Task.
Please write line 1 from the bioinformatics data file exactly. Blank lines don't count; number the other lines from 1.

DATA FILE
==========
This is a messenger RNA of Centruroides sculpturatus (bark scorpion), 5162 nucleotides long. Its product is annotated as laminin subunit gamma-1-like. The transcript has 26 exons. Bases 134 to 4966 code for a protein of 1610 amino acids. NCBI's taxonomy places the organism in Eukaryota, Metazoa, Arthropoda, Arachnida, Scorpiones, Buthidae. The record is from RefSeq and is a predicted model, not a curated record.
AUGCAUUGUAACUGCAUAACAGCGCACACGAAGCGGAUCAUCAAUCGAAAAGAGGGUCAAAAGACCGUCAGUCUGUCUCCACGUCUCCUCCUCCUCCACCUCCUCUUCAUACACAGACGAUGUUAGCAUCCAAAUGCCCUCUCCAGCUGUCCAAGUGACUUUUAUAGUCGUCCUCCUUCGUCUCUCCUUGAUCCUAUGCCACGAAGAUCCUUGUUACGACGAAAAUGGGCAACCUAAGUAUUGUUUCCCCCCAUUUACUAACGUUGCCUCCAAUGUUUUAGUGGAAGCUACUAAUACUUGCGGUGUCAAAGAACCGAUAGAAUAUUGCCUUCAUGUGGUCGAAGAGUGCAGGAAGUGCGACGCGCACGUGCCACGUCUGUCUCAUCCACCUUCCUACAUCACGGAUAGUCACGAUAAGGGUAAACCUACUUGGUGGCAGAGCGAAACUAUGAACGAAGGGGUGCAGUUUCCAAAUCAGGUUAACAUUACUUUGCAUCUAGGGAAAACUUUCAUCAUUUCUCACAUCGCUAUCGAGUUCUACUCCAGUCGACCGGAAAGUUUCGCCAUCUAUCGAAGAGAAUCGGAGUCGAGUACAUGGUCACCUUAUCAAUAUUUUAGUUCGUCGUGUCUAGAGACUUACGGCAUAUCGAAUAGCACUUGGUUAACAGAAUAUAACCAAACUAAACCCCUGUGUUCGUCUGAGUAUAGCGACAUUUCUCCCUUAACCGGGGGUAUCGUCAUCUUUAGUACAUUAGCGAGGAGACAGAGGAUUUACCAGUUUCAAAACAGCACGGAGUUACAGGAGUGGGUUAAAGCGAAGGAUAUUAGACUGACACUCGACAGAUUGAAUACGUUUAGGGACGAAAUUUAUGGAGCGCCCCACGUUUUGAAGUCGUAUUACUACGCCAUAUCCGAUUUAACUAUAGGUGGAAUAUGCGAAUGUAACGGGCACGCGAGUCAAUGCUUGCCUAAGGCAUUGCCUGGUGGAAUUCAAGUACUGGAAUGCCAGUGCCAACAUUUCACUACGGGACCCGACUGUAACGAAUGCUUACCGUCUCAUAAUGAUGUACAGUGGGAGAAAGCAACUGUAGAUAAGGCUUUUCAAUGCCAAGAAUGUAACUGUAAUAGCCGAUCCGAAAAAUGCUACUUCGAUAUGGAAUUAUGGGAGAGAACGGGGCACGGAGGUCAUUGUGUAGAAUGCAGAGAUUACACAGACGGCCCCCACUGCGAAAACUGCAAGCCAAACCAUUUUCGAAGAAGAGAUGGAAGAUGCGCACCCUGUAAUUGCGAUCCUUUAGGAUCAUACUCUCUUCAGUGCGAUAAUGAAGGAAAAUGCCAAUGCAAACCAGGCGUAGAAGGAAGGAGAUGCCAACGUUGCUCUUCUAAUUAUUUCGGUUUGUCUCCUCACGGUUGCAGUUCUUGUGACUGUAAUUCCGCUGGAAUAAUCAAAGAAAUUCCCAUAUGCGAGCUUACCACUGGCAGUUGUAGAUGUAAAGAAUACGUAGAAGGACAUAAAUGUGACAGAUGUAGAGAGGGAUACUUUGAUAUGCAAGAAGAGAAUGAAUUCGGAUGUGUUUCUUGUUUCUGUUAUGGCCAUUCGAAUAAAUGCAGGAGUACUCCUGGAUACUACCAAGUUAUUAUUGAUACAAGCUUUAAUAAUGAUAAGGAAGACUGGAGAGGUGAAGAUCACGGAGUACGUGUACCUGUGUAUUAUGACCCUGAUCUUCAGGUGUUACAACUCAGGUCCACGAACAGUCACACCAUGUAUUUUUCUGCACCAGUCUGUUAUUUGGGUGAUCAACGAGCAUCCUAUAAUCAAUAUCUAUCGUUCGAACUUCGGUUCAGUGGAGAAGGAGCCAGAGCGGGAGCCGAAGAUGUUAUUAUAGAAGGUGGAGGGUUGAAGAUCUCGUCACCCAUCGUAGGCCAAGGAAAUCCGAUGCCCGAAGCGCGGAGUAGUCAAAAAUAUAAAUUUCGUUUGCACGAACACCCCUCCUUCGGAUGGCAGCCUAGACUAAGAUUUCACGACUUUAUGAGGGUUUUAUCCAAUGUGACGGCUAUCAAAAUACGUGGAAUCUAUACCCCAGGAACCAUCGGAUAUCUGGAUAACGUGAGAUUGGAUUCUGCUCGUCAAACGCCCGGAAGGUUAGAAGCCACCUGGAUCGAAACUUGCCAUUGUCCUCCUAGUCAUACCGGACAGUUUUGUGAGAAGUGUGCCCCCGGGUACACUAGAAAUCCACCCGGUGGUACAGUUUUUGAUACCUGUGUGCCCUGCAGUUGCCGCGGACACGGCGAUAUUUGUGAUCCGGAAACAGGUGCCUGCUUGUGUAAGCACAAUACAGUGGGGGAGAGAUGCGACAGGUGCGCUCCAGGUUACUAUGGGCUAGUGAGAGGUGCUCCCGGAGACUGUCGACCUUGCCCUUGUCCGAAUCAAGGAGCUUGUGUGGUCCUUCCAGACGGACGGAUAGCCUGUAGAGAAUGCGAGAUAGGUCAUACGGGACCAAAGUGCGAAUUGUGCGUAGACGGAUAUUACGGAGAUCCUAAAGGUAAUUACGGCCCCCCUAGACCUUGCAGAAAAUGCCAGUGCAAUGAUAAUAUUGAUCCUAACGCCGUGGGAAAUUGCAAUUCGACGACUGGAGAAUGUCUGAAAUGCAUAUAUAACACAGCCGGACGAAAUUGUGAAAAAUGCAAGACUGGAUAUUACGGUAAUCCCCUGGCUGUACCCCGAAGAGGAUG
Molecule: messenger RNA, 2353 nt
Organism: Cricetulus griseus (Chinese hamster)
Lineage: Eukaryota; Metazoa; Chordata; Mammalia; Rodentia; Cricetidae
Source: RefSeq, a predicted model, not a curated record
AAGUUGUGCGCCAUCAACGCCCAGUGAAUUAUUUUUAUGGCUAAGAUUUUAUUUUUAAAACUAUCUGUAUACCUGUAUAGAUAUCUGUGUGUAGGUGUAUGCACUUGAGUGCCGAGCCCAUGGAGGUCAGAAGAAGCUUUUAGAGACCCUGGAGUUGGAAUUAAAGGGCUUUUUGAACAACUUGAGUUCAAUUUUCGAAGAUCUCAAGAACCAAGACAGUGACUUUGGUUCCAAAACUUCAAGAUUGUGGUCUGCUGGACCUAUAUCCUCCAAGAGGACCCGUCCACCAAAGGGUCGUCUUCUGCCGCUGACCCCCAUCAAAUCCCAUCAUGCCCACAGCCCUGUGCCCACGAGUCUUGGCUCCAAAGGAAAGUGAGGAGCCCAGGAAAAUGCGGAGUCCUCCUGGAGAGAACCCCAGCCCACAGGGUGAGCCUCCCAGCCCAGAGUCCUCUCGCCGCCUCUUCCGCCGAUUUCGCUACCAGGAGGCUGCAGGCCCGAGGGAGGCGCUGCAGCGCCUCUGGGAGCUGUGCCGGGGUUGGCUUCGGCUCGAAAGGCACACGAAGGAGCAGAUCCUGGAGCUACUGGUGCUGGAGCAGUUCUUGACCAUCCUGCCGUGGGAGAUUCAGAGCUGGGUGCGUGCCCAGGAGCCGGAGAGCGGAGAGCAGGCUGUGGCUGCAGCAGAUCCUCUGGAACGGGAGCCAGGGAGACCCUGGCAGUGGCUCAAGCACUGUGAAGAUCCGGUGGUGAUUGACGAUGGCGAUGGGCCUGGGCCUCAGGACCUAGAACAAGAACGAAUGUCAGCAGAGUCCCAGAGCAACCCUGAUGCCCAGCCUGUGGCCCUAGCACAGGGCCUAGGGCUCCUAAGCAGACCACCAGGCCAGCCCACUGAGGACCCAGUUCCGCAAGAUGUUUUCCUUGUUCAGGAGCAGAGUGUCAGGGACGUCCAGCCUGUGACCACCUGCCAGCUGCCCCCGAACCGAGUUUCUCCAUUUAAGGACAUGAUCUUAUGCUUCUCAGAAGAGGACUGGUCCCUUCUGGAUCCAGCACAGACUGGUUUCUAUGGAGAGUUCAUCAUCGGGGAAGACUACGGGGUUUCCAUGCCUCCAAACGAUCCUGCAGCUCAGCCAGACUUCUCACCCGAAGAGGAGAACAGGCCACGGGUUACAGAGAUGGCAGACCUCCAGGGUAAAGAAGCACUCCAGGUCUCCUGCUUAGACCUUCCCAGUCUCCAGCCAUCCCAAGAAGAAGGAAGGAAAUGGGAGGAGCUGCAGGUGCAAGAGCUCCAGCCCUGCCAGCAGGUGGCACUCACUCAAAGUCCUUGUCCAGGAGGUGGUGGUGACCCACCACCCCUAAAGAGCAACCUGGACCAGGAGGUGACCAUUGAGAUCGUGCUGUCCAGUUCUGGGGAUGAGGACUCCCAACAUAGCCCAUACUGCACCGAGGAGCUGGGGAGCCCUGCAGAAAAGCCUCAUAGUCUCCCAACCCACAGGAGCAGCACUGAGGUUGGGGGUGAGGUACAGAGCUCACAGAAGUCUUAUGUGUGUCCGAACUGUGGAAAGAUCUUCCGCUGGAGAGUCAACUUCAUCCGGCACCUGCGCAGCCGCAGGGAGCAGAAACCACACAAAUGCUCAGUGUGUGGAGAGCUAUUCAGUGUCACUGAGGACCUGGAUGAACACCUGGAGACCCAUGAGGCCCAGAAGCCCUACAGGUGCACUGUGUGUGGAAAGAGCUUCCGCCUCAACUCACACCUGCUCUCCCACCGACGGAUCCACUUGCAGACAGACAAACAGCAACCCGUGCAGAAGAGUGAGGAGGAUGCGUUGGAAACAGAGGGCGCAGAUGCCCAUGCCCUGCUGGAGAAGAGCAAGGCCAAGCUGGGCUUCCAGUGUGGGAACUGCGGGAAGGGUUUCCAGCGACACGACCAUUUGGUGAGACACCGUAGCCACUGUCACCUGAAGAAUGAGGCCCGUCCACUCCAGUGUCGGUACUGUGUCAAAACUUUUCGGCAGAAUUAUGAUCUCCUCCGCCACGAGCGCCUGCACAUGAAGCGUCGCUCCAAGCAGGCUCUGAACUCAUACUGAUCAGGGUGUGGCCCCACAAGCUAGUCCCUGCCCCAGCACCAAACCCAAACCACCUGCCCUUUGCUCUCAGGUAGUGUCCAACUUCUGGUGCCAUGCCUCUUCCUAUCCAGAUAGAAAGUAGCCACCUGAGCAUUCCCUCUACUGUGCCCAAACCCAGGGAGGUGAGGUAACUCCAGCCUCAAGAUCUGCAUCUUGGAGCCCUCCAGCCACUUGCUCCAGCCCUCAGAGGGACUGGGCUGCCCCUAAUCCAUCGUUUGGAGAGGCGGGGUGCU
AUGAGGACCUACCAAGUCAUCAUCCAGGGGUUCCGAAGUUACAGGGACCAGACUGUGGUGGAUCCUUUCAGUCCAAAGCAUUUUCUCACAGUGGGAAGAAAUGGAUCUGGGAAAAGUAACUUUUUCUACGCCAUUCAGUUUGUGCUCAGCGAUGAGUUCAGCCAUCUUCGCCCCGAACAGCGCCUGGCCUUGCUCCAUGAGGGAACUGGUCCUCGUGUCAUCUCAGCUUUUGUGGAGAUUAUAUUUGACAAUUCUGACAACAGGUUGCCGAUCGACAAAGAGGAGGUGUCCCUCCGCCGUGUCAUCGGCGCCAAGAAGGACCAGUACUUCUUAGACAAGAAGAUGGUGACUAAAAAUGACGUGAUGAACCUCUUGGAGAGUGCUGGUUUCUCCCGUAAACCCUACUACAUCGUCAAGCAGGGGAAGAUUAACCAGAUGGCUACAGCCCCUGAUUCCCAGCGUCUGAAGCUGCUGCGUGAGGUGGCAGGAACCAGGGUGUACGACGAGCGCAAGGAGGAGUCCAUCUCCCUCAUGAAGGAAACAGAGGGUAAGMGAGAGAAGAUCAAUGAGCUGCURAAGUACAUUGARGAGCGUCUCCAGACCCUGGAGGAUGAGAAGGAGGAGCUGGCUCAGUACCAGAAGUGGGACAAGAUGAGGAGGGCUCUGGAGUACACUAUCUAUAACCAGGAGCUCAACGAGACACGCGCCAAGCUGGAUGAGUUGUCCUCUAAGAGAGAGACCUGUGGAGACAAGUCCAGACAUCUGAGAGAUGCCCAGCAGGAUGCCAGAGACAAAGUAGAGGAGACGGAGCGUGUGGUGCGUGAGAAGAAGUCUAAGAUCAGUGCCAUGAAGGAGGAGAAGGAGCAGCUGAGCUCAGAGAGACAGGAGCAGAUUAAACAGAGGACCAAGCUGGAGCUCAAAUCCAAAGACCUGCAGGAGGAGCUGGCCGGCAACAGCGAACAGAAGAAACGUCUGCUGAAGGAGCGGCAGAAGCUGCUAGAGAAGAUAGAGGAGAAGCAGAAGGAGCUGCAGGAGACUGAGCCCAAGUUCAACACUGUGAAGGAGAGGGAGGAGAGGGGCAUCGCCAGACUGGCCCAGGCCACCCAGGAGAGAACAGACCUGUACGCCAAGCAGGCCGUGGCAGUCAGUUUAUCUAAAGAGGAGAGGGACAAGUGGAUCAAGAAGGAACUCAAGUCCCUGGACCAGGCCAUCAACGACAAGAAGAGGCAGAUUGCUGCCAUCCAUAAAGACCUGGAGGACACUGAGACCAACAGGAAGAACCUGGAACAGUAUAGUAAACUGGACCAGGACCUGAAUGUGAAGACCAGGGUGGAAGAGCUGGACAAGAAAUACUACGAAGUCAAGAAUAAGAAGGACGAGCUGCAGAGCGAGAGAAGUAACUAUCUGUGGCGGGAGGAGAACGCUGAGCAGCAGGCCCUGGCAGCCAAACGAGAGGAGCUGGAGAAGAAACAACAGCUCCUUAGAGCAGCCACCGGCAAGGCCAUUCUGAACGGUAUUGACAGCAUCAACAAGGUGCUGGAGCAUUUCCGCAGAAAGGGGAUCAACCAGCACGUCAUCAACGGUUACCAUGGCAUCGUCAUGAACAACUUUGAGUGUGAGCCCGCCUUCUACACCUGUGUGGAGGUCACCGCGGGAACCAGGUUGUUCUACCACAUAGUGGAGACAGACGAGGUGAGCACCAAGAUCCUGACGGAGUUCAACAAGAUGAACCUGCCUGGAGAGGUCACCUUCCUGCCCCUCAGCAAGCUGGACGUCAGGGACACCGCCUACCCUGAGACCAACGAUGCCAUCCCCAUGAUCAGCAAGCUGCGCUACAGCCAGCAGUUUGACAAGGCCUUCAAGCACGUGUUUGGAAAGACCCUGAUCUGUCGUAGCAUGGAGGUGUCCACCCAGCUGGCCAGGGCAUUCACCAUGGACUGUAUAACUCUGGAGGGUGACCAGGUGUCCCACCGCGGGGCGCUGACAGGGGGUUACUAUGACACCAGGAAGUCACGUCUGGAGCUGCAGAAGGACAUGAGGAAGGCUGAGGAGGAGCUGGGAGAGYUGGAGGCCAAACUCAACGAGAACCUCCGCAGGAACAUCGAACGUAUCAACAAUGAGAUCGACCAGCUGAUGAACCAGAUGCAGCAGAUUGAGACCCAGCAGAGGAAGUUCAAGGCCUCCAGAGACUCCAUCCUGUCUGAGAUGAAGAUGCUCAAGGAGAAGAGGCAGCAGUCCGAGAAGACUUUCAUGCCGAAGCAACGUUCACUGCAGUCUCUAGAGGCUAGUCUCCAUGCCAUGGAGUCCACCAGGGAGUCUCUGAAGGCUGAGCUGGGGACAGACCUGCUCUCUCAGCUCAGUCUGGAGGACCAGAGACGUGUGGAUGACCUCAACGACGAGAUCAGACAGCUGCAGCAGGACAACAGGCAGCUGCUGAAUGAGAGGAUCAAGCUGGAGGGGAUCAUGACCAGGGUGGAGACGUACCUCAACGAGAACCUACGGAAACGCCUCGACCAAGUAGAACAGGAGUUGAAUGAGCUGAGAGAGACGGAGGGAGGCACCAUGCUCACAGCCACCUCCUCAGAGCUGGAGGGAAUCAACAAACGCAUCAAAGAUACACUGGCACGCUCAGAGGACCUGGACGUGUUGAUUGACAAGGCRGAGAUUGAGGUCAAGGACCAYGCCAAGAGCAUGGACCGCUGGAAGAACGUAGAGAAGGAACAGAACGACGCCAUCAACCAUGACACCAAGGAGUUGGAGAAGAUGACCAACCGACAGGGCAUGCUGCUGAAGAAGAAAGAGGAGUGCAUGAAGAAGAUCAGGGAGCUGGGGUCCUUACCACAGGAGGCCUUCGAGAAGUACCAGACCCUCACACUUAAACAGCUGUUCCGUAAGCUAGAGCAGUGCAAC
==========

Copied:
This is a messenger RNA of Centruroides sculpturatus (bark scorpion), 5162 nucleotides long. Its product is annotated as laminin subunit gamma-1-like. The transcript has 26 exons. Bases 134 to 4966 code for a protein of 1610 amino acids. NCBI's taxonomy places the organism in Eukaryota, Metazoa, Arthropoda, Arachnida, Scorpiones, Buthidae. The record is from RefSeq and is a predicted model, not a curated record.